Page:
What we can learn from Casey Kasem's disappearance

I grew up listening to "American Top 40 Countdown" almost every Sunday. Casey Kasem has a very distinguished voice and listening to some great music was always a good time. Now, he has a type of dementia called Lewy Body Disease, and he is continuing to get worse over time. Over the past year, he's once again been thrust into the spotlight. First, it was dealing with the children not being able to see him, as his new wife and the kids really didn't get along. Then, recently, he "disappeared" only to be found on "vacation" in Washington state, sparking a media frenzy in the process.

So what can we take out of this to help us in better dealing with the aging process, especially when it comes to family and friends?

Casey Kasem in 2003
Chris Polk | FilmMagic | Getty Images
Casey Kasem in 2003

Second marriages require special planning. There are a lot of things that need to be addressed to avoid problems. First, the spouse is not your kid's mom or dad. So where will dad be buried when he dies? What about medical directives and things like power of attorney … who is in control as we age and stop functioning in the way we used to? This requires a lot of planning to address the issues before they get to a critical stage.

Everyone is right and everyone is wrong! I understand that the kids want to see their dad and make sure he is OK. I understand that the wife has problems with his family and would rather avoid them. She is his spouse, who he chose when he was coherent, and they are the kids who have been around with him for their entire lives. These conversations are extremely emotional, generally not rational and can create even greater tensions as the situation continues.

It's always about money, even if it isn't. Estate planning, especially in a second marriage, can require a lot of thought and effort. Does everything go to the surviving spouse, does it get split with the kids, does it go to the wife first, and what's left goes to the kids? If it goes to the spouse directly, the kids generally see that as you just stole from them. If it goes to the spouse first, then what is left over goes to them, then every dollar she spends is seen as taking money directly out of out their pockets, slowly, for the rest of her life. Either way, there is a lot of tension that does not get better over time. Even if the kids do not care about money, they care that the spouse (who is not their mom) is getting it.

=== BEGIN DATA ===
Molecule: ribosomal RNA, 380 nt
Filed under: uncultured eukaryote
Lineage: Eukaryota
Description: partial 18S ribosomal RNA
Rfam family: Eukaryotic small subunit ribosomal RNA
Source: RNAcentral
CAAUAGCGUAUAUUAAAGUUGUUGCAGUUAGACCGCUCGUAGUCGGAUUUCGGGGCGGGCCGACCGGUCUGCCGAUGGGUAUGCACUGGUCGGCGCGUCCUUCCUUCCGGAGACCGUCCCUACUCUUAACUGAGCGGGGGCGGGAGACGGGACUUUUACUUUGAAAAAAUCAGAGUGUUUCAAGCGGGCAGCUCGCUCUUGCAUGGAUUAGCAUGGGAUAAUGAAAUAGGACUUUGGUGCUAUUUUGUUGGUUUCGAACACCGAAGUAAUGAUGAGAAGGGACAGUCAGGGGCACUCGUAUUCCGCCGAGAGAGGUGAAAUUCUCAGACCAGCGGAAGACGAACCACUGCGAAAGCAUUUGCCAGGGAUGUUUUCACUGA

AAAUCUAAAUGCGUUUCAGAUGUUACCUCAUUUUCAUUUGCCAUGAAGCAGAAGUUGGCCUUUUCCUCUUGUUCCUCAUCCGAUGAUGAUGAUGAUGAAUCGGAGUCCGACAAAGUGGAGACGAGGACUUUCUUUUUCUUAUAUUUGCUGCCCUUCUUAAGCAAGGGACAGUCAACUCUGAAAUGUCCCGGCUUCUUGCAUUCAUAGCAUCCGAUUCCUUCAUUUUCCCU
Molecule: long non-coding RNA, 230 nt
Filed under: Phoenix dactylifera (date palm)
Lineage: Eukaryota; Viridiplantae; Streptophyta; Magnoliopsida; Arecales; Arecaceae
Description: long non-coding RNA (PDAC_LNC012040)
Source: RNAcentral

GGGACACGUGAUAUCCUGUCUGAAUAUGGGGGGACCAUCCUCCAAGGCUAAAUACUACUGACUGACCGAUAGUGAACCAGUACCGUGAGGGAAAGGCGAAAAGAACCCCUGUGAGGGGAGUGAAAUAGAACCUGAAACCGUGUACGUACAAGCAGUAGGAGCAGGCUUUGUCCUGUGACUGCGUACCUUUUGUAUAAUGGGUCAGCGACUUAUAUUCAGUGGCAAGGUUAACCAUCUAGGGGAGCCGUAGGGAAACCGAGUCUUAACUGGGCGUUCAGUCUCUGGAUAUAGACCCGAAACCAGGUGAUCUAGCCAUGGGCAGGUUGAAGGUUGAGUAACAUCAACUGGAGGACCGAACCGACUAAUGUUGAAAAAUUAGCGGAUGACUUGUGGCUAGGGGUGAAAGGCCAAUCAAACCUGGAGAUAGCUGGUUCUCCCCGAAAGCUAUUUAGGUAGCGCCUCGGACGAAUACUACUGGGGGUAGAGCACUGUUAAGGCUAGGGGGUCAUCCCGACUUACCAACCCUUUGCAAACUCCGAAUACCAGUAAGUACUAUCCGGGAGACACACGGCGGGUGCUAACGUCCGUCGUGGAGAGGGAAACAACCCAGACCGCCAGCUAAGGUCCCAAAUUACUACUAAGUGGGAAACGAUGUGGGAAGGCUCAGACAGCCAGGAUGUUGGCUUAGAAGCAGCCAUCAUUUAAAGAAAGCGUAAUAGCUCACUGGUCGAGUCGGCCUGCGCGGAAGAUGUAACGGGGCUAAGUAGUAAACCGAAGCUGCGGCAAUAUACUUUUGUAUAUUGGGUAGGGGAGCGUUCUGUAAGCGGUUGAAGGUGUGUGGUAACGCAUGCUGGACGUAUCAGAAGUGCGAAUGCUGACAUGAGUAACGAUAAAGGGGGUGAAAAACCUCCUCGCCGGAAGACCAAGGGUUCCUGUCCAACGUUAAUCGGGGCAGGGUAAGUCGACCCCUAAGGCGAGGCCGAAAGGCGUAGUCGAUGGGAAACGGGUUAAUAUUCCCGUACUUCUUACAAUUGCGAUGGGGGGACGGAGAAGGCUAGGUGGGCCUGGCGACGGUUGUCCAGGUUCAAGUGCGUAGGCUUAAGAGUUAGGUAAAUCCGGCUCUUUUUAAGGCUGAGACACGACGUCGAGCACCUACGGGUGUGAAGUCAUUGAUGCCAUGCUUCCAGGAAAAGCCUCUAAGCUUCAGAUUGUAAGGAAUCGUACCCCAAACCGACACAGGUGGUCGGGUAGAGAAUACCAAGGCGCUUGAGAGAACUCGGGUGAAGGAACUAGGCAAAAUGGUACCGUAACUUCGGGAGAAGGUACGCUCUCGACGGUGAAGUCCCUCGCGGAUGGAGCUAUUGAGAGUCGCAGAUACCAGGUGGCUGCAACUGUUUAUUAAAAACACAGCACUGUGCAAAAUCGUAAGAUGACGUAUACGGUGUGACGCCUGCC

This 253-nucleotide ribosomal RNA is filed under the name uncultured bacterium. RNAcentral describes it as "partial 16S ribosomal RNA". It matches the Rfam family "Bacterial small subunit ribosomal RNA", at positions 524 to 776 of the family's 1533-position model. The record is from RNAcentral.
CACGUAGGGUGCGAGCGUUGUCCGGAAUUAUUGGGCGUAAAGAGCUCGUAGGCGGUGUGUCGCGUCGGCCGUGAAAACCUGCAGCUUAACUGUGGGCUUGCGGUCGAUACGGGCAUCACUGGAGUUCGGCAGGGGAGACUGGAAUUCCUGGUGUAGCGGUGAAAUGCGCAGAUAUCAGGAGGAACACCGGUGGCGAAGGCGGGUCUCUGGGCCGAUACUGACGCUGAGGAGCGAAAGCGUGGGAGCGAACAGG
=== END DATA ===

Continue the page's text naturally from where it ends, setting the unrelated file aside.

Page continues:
Never underestimate the ability for things to get screwed up. We often do not understand the social dynamics of the family and how a mother or father can really hold things together and keep the family unified. That changes radially if they are not around or coherent. There is a gap in the authority figure and generally a power struggle to see how that space is filled. That gap, combined with a spouse who is not your mother, generally leads to a lot of conflict.

There are many second marriages that are perfect. The families all get along, everything works well, and everybody is happy. There are also many second marriages where the family issues are a constant struggle for everyone involved. So how can you avoid this, or at least a lot of this? Mainly by planning and by communication with the family.

For planning, you need to speak with a good estate attorney and financial planner and discuss the 500-pound gorilla in the room. What happens with the money, how do you make sure that the spouse is taken care of but still include the family, etc. What about heath care options and power of attorney? You really need to discuss this in advance to make sure that the family is included, and that the spouse does not end up destitute—or with all of the money!

Finally, you need to speak to your family when you are competent to discuss your wishes … and generally I prefer that everyone is in the room at the same time. The message to the family and the spouse needs to be consistent. Having mini conversations with family members means that everyone's interpretation of the situation can be totally different. We are all competent and alert until we are not … then it's too late and things become way too subjective.

In the case of Casey Kasem, no matter what happens, there are no winners here—everyone loses. Don't let this happen to you. Plan and communicate!

Commentary by Jerry Lynch, a certified financial planner, chartered underwriter and chartered financial consultant (CFP, CLU, ChFC). He is president of JFL Total Wealth Management, a registered investment-advisory firm. Follow him on Twitter @JFLJerry.